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VOL. 129 | NO. 88 | Tuesday, May 6, 2014

Parkinson, White Compare Notes Across Aisle

By Bill Dries

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Two state representatives from Memphis say the 19-member Shelby County delegation in the Tennessee General Assembly isn’t as united as it should be.

“I have to be brutally honest. I have yet to see us come together and move as a block for Shelby County,” Democratic state Rep. Antonio Parkinson said on the WKNO-TV program “Behind the Headlines.” “There appears to be an alignment with some members of our delegation that align with other parts of Tennessee before they align with Shelby County. I’m optimistic that will shift.”



Republican state Rep. Mark White said the lack of unity is also a function of the relative unity among legislators from rural areas.

“I think our Shelby County people need to realize that Tennessee is a very rural state,” White said. “So the issues of our urban areas, like Memphis and Nashville, are not their issues necessarily. A lot of times they get frustrated with issues we have to bring up.”

The program, hosted by Eric Barnes, publisher of The Daily News, can be seen on the Daily News Video page, video.memphisdailynews.com

A bill to establish $2 million in state funding to test the backlog of untested rape kits for the entire state failed to win passage in the legislative session that ended in April.

White said the bill was poorly written with no details on how the state finance commissioner was to disburse the funding.

“The way the bill was written, it didn’t say how the money was to be spent. … You’ve got to have a piece of legislation written correctly if you are going to do the most good,” he added. “We want to get an inventory statewide and see what the need is.”

White also pointed out the state has provided $500,000 in funding to Memphis for the backlog in the past seven months.

Parkinson said the failure of the funding bill sends the wrong message to crime victims. He blames it on the fast pace of the session.

“We’re talking about a fast-paced legislative session that we are trying to get out of, and we are talking about $2 million to test rape kits that we couldn’t get passed because we didn’t have time to amend the bill to say how this money was going to be spent,” he said. “We sped up the process and we nixed a bill that would get rapists off the street.”

Parkinson’s proposal to require that rape kits be submitted to the Tennessee Bureau of Investigation within 10 days of them being taken and the TBI to return findings on the rape kits in six months failed in the session largely because it came with a fiscal note or cost to the state estimated at $10 million.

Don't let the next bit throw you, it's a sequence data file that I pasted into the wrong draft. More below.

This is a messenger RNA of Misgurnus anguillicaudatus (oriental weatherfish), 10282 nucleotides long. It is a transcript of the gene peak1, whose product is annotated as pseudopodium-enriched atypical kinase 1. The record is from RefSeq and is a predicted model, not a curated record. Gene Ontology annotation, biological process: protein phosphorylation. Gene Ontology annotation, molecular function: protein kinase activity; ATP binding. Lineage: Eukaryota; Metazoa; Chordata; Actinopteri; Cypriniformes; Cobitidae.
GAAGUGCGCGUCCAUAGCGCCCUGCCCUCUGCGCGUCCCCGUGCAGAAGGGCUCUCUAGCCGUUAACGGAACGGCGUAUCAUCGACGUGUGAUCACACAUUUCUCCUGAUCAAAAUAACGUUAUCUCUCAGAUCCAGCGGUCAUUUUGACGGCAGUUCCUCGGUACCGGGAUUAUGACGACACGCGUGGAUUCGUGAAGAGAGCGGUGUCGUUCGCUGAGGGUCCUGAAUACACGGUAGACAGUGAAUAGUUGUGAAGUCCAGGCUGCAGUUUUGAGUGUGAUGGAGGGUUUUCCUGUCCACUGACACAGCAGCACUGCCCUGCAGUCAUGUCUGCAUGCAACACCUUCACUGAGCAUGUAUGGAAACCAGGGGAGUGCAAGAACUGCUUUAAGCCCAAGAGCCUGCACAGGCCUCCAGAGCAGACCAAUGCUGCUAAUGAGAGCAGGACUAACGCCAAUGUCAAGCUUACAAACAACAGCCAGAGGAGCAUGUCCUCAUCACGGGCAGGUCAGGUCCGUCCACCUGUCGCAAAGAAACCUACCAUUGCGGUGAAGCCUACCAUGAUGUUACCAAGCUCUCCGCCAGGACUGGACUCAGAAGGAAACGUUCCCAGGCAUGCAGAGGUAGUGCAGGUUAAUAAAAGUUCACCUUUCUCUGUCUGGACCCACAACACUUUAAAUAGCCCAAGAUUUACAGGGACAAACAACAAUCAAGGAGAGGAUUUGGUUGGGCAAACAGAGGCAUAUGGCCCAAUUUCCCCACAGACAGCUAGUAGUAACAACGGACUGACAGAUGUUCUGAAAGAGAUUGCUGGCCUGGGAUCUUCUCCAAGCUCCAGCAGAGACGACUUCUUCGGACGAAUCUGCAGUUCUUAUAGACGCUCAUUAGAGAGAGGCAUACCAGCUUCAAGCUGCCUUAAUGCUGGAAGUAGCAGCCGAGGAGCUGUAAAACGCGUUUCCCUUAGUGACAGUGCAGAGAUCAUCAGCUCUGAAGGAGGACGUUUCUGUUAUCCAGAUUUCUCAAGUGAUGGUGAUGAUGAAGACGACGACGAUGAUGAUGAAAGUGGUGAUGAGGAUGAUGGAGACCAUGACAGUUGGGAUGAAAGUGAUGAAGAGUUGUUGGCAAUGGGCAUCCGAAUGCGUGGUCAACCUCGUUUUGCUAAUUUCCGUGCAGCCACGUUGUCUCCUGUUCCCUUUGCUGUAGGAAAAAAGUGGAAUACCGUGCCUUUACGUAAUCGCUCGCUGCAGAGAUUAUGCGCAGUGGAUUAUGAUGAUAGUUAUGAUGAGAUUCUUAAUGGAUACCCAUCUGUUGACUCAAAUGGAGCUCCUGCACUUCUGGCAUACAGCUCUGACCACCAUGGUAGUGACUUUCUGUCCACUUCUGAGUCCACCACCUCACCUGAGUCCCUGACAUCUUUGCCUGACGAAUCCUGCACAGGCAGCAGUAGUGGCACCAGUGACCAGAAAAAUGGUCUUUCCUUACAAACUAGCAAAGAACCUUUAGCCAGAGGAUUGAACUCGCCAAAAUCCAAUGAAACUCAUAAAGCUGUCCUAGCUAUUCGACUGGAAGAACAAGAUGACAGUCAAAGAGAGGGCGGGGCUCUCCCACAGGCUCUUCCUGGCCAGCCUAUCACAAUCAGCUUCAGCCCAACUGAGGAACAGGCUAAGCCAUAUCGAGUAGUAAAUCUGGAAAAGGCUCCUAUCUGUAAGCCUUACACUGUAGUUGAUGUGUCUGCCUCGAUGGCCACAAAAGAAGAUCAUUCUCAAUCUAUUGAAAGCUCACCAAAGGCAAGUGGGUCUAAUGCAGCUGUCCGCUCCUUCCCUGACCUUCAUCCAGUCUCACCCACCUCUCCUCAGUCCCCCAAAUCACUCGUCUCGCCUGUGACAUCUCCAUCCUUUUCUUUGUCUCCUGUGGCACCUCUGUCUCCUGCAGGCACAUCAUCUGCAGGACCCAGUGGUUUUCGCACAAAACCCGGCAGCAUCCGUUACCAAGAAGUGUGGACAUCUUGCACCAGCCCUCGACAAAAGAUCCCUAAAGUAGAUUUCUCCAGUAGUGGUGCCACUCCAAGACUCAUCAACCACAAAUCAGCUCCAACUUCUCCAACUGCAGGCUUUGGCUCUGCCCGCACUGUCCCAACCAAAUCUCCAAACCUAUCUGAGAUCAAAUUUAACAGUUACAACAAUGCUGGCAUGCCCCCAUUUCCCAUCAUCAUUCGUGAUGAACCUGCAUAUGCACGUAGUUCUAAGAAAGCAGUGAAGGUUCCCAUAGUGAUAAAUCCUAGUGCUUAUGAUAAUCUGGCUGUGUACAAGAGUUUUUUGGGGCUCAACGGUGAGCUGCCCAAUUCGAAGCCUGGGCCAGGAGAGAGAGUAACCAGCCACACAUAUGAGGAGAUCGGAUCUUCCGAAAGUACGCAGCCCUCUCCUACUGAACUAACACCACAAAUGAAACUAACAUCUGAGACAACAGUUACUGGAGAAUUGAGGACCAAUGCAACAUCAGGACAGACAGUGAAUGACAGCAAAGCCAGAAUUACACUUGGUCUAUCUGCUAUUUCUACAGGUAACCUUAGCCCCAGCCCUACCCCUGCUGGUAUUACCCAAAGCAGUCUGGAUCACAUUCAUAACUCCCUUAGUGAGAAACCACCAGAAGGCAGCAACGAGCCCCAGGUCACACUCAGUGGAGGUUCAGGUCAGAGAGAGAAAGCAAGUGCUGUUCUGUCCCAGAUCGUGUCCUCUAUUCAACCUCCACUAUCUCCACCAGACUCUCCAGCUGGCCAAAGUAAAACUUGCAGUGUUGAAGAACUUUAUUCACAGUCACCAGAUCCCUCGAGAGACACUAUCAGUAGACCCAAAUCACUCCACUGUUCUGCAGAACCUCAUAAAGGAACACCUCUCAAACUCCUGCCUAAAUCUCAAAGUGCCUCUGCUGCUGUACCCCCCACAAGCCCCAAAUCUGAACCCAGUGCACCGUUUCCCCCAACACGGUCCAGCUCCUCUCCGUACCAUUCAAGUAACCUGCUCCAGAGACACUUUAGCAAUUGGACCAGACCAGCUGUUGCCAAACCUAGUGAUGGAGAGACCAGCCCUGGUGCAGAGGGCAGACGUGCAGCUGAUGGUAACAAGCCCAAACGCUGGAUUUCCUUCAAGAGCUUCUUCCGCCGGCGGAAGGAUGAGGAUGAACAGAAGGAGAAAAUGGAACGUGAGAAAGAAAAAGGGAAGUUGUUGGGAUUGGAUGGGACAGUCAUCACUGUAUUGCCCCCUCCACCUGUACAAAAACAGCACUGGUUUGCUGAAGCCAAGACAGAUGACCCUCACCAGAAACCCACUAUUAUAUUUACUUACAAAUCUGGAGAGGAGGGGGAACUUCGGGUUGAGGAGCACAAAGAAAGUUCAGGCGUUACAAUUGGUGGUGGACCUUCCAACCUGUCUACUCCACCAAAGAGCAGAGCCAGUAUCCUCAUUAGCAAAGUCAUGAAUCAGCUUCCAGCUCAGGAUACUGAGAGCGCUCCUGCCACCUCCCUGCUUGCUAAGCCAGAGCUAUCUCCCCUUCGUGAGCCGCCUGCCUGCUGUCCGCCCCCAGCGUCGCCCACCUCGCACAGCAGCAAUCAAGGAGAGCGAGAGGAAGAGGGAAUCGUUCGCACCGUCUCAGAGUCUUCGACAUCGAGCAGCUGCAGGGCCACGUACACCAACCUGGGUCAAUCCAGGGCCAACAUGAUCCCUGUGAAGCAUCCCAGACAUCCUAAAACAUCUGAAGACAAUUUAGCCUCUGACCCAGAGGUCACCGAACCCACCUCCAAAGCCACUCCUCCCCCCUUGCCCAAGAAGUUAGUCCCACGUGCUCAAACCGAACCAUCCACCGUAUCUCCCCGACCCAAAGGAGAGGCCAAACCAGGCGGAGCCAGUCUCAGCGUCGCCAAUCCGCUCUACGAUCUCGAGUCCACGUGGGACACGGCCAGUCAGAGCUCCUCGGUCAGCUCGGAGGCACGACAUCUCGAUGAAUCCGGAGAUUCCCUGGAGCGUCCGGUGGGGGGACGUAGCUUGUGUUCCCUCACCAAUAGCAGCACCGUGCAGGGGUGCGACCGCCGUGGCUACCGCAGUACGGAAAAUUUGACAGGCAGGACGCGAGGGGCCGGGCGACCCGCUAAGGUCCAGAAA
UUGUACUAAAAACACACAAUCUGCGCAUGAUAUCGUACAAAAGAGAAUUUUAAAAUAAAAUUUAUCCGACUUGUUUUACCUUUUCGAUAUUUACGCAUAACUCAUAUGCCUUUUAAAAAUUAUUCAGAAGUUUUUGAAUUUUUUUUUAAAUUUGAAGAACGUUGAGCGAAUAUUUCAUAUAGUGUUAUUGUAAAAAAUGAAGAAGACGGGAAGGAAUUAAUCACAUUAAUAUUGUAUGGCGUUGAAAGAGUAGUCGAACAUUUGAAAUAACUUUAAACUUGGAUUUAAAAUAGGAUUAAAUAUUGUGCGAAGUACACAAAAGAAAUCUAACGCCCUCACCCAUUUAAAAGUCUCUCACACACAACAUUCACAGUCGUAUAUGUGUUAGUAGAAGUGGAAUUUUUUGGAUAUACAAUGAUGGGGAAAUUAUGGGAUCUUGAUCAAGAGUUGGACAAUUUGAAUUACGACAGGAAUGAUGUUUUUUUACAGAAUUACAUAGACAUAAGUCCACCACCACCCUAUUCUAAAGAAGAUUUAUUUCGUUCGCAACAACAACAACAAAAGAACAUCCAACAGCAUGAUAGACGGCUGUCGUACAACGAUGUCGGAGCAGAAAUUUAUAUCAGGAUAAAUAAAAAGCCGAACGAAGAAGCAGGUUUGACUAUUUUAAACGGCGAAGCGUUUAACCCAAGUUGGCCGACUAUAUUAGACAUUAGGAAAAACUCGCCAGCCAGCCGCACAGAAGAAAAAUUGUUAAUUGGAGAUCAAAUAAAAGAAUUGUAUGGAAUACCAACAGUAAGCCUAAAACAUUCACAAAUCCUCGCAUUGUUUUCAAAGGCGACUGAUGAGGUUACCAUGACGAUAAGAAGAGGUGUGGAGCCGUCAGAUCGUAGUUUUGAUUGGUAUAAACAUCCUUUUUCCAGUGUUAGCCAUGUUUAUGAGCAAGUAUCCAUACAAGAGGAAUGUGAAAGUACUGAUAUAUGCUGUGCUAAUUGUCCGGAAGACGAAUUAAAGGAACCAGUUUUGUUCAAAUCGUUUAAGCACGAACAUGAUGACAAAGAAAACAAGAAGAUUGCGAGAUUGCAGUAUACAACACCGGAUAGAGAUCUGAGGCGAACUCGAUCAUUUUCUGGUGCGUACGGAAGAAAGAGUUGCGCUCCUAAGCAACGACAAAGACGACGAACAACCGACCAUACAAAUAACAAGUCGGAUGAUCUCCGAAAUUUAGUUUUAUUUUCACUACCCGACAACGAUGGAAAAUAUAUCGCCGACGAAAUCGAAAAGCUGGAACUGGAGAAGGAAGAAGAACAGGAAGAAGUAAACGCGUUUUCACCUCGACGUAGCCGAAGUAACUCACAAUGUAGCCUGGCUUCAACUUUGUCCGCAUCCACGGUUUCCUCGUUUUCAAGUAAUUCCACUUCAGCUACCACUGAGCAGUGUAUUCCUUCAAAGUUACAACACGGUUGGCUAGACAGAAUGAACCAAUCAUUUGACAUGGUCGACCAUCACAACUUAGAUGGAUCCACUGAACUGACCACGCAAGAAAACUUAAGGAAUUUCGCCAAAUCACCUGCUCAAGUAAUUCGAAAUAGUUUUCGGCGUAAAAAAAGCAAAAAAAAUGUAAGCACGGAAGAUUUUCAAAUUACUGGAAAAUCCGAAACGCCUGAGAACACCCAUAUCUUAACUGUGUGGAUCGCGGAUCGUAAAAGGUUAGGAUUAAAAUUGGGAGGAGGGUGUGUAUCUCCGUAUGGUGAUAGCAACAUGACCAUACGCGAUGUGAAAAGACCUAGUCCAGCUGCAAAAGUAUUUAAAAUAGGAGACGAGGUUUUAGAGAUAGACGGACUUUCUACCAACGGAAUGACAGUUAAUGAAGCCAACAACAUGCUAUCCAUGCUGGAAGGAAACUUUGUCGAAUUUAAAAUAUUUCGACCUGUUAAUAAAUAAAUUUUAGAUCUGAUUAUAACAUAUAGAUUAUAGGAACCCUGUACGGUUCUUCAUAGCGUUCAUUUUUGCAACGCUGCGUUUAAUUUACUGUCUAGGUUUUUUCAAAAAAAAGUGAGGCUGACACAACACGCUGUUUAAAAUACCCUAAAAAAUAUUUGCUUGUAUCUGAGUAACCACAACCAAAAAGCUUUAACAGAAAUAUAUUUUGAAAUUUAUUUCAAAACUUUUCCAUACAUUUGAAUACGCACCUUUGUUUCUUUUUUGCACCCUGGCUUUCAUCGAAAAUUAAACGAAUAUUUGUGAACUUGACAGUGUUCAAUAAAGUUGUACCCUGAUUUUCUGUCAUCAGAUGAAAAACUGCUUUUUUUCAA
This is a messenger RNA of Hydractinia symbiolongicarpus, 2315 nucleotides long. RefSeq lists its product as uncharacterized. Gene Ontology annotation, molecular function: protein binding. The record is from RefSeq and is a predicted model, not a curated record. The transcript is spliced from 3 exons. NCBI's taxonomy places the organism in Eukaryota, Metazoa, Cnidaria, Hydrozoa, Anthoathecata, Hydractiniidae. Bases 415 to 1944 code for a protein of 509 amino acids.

But State Senate Republican leader Mark Norris of Collierville said other bills were passed that do much of what Parkinson wanted in his bill, including repealing the statute of limitations on rape, aggravated rape and child rape. The law applies to cases reported within three years of the assault and to prior cases for which the statute of limitations has not already run.

Norris, responding specifically to points Parkinson and White made on “Behind the Headlines,” said the state’s goal is to get an inventory of the rape kit backlog statewide, now required by a bill passed in the 2014 session, and then determine what it will cost to clear the backlog by year’s end.

Norris added the $500,000 in state grant funding for Memphis will allow rape kit testing to continue through the end of the current fiscal year.

Meanwhile, White and Parkinson disagreed on an expansion of Medicaid in Tennessee, which is known as TennCare. Gov. Bill Haslam has turned down the 100 percent federal funding of the expansion in its first three years, with the federal government paying 90 percent of the cost in the second three-year period.

“We are concerned that if we go down this road and then three years from now, when they start pulling the money back, we are going to have to find $200 million or $300 million that we currently don’t have to keep the program going,” White said.

“I think people will die,” Parkinson countered. “Everyone needs to be covered. … There’s absolutely no reason why we should not have taken that money. It was a big influx of revenue. … It gives us time to plan for what happens down the road.”

White concedes that public hospitals, especially those in rural areas, are feeling the strain of the decision.

“But the current plan is to ask the federal government to go ahead and give us the money and let us appropriate and weigh the best options for private insurance,” he said.

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